Justin Jones – Black, Filipino, Civil Rights Activist
Justin and Congressman John Lewis, while interning in Washington DC, 2016
Justin Jones, a young Black and Filipino activist, reached out to me in late 2019, asking if I could help him lament the harm caused by anti-Black attitudes in the Filipino communities he grew up in. He wanted to embrace his pagka-Pilipino (Filipino-ness) as much as he embraced his Blackness. So, I introduced him to a few of the Black and Filipino scholars/culture-bearers in my circle, and I hosted a healing session on Zoom for him.
Two years later, Justin is sitting at my dining table, and I can tell that he has indeed rediscovered his Filipino roots and honors them deeply. He tells me: “My Filipina Lola Tessie and my Black Lola Harriet are my first divinity teachers, first theology teachers, first spirituality teachers. I realize now that the family stories they told me about their childhood in the Philippines and in Chicago and San Francisco carried their indigenous roots.”
Justin and author Leny Mendoza Strobel
Justin grew up in Oakland/East Bay. As a biracial person who looks more Black than Filipino, Black became his default identity. Although he was raised by both his Filipina and Black grandmothers and being raised on collard greens, black eyed peas, and adobo, and stories from both sides of his family, Justin said that there was still silence about his indigenous Filipino grandfather who is Aeta. Outside of the home, the Black and brown communities in the East Bay made him aware that he is always perceived as a Black person. His hunger to get to know his Filipino identity always loomed in his young mind.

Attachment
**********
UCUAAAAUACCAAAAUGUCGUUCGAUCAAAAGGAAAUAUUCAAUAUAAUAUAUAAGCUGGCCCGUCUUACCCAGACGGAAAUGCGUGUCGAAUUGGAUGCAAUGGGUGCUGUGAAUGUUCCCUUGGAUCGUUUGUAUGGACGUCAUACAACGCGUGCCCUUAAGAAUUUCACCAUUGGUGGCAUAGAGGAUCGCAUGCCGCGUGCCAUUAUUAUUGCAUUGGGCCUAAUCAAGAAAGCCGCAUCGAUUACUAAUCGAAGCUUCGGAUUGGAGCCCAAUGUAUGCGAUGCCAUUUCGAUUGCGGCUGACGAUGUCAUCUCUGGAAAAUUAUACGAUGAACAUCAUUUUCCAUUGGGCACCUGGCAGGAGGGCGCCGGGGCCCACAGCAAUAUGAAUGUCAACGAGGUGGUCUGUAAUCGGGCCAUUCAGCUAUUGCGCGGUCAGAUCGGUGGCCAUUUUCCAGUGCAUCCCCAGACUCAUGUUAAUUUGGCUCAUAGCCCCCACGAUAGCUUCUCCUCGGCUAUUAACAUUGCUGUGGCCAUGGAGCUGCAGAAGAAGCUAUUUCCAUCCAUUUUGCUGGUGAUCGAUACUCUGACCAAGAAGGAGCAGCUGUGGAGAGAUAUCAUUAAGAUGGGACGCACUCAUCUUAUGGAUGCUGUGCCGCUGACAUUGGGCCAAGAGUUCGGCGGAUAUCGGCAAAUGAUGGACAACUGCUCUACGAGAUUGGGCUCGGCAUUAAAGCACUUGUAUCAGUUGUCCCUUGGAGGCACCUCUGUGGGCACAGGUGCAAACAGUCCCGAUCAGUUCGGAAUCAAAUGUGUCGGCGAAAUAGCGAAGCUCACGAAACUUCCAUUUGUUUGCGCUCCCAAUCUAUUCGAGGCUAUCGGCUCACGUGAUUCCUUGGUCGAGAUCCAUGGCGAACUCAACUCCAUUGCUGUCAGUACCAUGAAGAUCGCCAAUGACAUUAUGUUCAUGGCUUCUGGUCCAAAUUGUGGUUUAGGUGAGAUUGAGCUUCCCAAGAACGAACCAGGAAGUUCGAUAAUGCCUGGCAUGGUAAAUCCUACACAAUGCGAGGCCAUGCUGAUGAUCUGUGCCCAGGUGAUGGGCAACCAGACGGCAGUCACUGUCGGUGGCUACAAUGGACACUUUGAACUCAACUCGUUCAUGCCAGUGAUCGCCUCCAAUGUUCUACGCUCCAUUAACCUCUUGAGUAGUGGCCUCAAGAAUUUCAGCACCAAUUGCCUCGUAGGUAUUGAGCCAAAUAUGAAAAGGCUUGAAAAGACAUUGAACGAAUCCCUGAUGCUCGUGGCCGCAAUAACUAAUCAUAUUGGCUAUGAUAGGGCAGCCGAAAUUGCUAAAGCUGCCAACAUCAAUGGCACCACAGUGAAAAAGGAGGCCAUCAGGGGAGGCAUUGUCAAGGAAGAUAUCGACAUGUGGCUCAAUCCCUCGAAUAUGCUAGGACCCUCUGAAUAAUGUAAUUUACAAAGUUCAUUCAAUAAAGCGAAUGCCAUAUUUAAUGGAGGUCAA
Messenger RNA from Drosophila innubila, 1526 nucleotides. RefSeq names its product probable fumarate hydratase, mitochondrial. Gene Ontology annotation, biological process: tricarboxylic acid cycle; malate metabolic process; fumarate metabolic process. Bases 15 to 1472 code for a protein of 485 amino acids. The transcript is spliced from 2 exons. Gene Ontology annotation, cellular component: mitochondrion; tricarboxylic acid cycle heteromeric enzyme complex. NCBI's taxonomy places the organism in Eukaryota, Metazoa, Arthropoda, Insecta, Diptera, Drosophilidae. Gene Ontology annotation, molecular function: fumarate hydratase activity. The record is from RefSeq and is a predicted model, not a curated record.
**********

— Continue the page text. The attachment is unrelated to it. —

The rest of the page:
Justin playing in the water around age 5.
He became politicized in middle and high schools, and events such as the murder of Oscar Grant and Trayvon Martin motivated him to organize and become an activist. His English teacher inspired him to not be complicit with injustice; to speak up and stand up. Environmental issues, social justice and civil rights became central to his passions and concerns. He was a key organizer of Bay Area protests after Trayvon Martin’s murder. He remembers: “Some people were concerned that violence might erupt because of people’s anger, but the opposite happened. Protest was a place for collective grief, to lament, to be in community, express righteous indignation at what happened.”
Justin took his Filipino lola to her first protest in San Francisco against the Keystone XL pipeline. He now recalls that perhaps his passion for activism came from hearing of his lola’s stories about the People Power protests in the Philippines, and particularly about the Catholic nuns who kneeled in front of tanks with rosaries to stop them from running over those protesting against the Marcos regime. He also heard stories of the civil rights movement and the inhumanity of Jim Crow segregation from his Grandma Harriett.